I met Wendy Toliver in October at the Eden Writers Conference. She was there with her agent, Christina Hogrebe. Wendy’s first book was just released, The Secret Life of a Teenage Siren.
Since we've been blogging about how to find the right agent, I invited Wendy to tell us about her experience in finding an agent.
Hi Wendy, it seems that finding an agent is getting harder in this competitive market. Tell us the steps it took you to get that first contract.
I agree that it can be quite difficult to find an agent today, even for a published author. To get my first contract (which was with a different agency that I’m happily represented by today), I did my research. I used the internet, publishing books, and the resources made possible by RWA (Romance Writers of America), as well as attending writers’ conferences. Next, I made a list of those agents who represented my genre (which was chick lit at the time) had good reputations. Finally, I sent a query letter to those on my list, and whenever a rejection would come in, I’d send another one out. In the end, I had two offers for representation and I chose the one who happened to represent quite a few of my writer friends. Except for the part about having several friends who’d already signed with the agent, this is a pretty typical “getting an agent” story.
My second agent story is a bit different. A friend of mine knew an agent at one of New York’s most well respected agencies, and this agent asked her if she knew any YA authors. My friend told her about me, and the agent invited me to call her directly. So I called, we chatted, and she invited me to send my MSS. She was very enthusiastic about my little story about a teenage siren, and when she called to offer me representation, I could tell this was going to be a very successful partnership.
What are some challenges that you didn’t expect?
You might reach a point when you or your agent realizes that it’s just not working out. I had this happen with my first agent. It’s a bit difficult to make the break, because there’s the contract, the manuscript(s) he/she has been shopping, the editor contacts he/she has been making on your behalf, etc. It’s sort of like getting a divorce, and I was very lucky that my former agent was very classy and let me cut ties completely and move on with a clean slate. That’s not always the case.
What is your advice to writers who are looking for an agent?
This is going to sound harsh, but if you’ve done research on agents and your queries are receiving rejection after rejection, it might be time to reevaluate your MSS. Are the rejections form letters? Or do they have similar reasons for passing, such as a weak protagonist or a flimsy plot or a theme that’s too overdone? You might choose to put that MSS on the back burner and concentrate on another MSS.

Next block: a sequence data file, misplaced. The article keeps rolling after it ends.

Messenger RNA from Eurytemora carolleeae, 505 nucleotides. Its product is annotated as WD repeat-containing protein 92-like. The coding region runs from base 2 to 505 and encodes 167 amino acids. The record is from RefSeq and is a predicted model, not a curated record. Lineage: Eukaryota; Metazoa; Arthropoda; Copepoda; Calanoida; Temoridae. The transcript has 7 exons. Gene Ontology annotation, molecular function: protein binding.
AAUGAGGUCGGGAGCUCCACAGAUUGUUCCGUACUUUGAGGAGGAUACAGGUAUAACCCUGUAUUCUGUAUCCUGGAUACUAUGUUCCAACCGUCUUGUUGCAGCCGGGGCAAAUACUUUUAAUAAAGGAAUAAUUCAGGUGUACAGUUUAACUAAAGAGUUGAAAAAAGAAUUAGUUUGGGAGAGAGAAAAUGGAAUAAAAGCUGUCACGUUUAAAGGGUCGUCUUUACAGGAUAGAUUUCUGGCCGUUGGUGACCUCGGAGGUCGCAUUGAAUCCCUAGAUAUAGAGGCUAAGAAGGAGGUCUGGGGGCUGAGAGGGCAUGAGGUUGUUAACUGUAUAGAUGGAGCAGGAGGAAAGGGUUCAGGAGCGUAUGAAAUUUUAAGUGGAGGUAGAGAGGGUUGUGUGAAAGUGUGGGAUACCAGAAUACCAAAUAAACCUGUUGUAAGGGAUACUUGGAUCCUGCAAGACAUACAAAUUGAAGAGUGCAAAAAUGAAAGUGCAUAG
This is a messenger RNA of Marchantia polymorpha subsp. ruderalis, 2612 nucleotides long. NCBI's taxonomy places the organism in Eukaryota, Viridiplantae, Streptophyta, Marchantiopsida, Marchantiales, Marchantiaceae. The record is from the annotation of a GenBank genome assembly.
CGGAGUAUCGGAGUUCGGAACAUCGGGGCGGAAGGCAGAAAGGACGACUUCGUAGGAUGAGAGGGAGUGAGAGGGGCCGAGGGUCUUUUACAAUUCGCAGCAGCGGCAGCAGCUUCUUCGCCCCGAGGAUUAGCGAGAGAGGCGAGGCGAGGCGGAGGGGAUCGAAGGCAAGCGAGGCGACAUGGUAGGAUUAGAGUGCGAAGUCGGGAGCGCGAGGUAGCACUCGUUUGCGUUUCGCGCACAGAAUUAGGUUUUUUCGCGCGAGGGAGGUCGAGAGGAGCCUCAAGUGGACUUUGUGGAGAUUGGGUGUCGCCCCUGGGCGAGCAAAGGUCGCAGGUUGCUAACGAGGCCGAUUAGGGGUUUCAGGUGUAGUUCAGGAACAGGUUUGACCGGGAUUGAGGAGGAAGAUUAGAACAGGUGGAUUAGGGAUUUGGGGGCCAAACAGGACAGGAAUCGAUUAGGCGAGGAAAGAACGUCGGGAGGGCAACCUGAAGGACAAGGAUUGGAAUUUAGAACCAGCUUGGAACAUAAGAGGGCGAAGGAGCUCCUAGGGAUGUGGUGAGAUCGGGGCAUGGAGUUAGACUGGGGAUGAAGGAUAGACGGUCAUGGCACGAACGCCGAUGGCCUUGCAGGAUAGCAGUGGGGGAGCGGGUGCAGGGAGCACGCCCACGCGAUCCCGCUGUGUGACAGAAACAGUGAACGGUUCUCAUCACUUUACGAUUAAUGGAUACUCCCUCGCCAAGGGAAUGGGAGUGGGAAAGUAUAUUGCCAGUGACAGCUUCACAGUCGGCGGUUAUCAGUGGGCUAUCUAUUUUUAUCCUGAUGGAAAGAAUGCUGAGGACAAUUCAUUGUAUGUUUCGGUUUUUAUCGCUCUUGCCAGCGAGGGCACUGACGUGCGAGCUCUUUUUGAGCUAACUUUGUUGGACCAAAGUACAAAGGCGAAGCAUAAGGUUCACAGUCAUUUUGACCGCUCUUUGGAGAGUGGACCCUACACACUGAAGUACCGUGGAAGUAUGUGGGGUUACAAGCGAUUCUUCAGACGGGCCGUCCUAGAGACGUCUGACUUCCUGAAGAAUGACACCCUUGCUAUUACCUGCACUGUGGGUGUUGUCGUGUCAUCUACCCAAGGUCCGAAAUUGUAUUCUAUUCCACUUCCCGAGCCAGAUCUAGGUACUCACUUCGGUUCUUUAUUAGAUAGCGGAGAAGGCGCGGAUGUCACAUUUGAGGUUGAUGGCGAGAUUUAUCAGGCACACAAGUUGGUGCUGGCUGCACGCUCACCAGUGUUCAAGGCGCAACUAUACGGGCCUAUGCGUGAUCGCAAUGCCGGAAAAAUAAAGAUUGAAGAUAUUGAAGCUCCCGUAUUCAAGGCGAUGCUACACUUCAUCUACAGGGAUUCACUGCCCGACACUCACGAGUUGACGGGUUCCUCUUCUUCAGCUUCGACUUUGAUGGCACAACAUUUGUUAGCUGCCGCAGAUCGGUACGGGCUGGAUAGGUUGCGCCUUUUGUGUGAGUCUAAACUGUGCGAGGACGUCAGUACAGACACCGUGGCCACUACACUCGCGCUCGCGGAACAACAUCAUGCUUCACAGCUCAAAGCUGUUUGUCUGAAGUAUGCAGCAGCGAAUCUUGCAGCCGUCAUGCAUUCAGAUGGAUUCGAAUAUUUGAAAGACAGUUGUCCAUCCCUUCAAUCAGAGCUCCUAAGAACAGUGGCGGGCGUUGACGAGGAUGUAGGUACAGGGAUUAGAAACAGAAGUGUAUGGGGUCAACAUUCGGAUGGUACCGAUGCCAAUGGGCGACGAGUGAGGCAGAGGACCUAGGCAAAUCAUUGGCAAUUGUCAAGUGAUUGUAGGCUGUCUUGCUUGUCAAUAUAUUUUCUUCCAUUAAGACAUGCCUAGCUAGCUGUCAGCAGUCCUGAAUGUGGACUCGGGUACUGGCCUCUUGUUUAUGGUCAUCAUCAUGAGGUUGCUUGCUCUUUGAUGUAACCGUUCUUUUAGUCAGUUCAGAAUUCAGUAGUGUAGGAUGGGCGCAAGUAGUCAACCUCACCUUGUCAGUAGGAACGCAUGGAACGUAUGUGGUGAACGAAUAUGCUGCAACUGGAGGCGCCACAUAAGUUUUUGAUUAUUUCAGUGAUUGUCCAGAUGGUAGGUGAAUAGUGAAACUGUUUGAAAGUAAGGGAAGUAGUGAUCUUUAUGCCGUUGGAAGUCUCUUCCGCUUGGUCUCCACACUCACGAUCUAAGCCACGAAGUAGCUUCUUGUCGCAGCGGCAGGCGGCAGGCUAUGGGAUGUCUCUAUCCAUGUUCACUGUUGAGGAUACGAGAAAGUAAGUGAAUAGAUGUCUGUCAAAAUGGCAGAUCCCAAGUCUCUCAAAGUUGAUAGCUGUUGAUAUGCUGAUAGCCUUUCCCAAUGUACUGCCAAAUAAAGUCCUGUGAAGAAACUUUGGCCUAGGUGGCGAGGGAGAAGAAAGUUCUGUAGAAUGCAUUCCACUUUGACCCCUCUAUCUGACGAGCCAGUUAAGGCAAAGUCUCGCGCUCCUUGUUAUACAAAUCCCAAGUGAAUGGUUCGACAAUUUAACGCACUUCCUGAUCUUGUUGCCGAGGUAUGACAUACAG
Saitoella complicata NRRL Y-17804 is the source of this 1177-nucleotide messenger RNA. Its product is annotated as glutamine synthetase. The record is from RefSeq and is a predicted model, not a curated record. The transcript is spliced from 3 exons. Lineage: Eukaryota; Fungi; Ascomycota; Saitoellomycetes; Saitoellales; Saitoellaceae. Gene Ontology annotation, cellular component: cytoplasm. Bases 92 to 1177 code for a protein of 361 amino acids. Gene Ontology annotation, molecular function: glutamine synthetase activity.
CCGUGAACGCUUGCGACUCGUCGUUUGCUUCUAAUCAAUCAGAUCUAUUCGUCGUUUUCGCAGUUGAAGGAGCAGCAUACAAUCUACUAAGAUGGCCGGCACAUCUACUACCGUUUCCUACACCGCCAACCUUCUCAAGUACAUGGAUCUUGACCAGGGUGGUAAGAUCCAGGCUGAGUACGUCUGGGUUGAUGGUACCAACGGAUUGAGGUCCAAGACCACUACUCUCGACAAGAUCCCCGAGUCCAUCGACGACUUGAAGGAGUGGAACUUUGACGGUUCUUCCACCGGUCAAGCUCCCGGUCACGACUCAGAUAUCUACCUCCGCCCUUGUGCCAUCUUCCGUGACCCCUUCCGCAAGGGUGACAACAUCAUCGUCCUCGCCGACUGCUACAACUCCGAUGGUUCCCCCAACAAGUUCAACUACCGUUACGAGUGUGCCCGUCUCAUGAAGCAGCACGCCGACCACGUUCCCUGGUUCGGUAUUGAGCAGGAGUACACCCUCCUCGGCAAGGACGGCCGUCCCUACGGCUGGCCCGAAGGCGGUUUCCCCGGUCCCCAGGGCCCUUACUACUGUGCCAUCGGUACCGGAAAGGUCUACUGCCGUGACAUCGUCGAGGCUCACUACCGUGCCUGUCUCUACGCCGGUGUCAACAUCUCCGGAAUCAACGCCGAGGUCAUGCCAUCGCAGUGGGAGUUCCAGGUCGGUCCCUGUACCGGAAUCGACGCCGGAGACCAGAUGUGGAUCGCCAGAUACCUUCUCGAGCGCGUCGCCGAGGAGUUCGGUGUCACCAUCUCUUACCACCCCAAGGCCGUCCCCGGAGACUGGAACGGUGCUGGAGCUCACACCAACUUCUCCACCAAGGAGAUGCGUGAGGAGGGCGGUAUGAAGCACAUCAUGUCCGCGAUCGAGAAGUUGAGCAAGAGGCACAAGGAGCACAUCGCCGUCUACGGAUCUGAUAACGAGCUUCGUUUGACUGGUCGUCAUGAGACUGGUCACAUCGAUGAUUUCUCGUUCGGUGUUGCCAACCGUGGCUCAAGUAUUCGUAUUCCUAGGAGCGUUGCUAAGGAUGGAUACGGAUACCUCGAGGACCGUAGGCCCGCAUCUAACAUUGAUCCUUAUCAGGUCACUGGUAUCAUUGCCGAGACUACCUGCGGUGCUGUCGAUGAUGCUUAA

Some writers don’t want to “share” their royalty with an agent. What would you say to these writers?
A good agent will get you a higher advance, percentage of royalty and film rights, number of books in the deal, etc. than the publisher’s boiler-point contract. He or she has the author’s interest in mind, and goes to bat for the author. I think it’s worth every penny to know my contract has been gone over with a fine tooth comb on my behalf, that I don’t have to be present at the negotiations, and that my projects will most likely take priority with editors over projects by unrepresented writers.
Tell us about your new book, and where it is available.
The Secret Life of a Teenage Siren is a young adult novel (ages 12 and up) about a band geek who turns into a siren on her sixteenth birthday. It’s a fantastical, funny, and romantic story that was born of my fascination with the sirens of Greek mythology. Simon Pulse (Simon & Schuster) is the publisher, and it’s available anywhere books are sold.
What's your next project?
My next book is called Miss Match, and it, too, is a Simon Pulse romantic comedy. It’s about a teenage matchmaker who is hired to fix a new guy up with her sister, only to discover that she’s crushing on him herself. I’m told it will be out Valentine’s Day 2009, and I’m very excited about that.
Thanks for sharing your insights, Wendy! Best of luck with your new release!